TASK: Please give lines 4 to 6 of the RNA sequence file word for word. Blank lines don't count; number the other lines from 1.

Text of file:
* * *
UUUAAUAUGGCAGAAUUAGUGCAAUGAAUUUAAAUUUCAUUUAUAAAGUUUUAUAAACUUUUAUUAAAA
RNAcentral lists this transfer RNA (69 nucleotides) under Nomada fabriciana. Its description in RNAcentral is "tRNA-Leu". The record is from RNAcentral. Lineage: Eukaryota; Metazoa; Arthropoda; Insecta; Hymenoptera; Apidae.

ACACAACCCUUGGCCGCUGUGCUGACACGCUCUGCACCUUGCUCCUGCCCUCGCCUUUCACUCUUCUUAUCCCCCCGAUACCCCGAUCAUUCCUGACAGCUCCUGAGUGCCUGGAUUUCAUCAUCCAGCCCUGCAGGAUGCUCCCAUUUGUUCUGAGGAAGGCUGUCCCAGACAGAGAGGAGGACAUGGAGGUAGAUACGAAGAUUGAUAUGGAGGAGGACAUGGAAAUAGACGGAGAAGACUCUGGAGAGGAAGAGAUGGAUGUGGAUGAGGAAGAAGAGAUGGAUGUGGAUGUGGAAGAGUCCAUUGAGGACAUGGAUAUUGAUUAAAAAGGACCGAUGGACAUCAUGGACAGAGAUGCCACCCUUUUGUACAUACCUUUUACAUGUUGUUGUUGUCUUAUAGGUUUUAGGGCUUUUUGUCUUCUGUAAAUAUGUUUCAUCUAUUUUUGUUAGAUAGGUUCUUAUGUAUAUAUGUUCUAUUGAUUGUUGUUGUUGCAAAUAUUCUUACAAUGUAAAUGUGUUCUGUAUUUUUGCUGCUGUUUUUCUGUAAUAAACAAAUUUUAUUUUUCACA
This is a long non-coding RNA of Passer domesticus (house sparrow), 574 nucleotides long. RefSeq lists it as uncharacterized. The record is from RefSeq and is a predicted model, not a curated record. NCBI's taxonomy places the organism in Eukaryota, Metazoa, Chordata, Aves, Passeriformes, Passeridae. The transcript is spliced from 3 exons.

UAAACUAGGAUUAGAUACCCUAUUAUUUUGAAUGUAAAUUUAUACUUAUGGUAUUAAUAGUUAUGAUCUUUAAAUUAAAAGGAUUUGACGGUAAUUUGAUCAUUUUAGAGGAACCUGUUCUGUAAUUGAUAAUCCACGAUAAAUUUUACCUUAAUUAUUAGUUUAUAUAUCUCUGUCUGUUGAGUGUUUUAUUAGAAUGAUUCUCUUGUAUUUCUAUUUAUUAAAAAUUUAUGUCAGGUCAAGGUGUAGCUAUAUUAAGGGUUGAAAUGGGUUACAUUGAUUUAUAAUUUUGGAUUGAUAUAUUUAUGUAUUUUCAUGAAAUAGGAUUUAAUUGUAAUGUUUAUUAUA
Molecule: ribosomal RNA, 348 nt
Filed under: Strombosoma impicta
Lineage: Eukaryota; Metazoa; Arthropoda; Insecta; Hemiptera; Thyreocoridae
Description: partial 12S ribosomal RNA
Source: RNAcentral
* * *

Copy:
This is a long non-coding RNA of Passer domesticus (house sparrow), 574 nucleotides long. RefSeq lists it as uncharacterized. The record is from RefSeq and is a predicted model, not a curated record. NCBI's taxonomy places the organism in Eukaryota, Metazoa, Chordata, Aves, Passeriformes, Passeridae. The transcript is spliced from 3 exons.

UAAACUAGGAUUAGAUACCCUAUUAUUUUGAAUGUAAAUUUAUACUUAUGGUAUUAAUAGUUAUGAUCUUUAAAUUAAAAGGAUUUGACGGUAAUUUGAUCAUUUUAGAGGAACCUGUUCUGUAAUUGAUAAUCCACGAUAAAUUUUACCUUAAUUAUUAGUUUAUAUAUCUCUGUCUGUUGAGUGUUUUAUUAGAAUGAUUCUCUUGUAUUUCUAUUUAUUAAAAAUUUAUGUCAGGUCAAGGUGUAGCUAUAUUAAGGGUUGAAAUGGGUUACAUUGAUUUAUAAUUUUGGAUUGAUAUAUUUAUGUAUUUUCAUGAAAUAGGAUUUAAUUGUAAUGUUUAUUAUA
Molecule: ribosomal RNA, 348 nt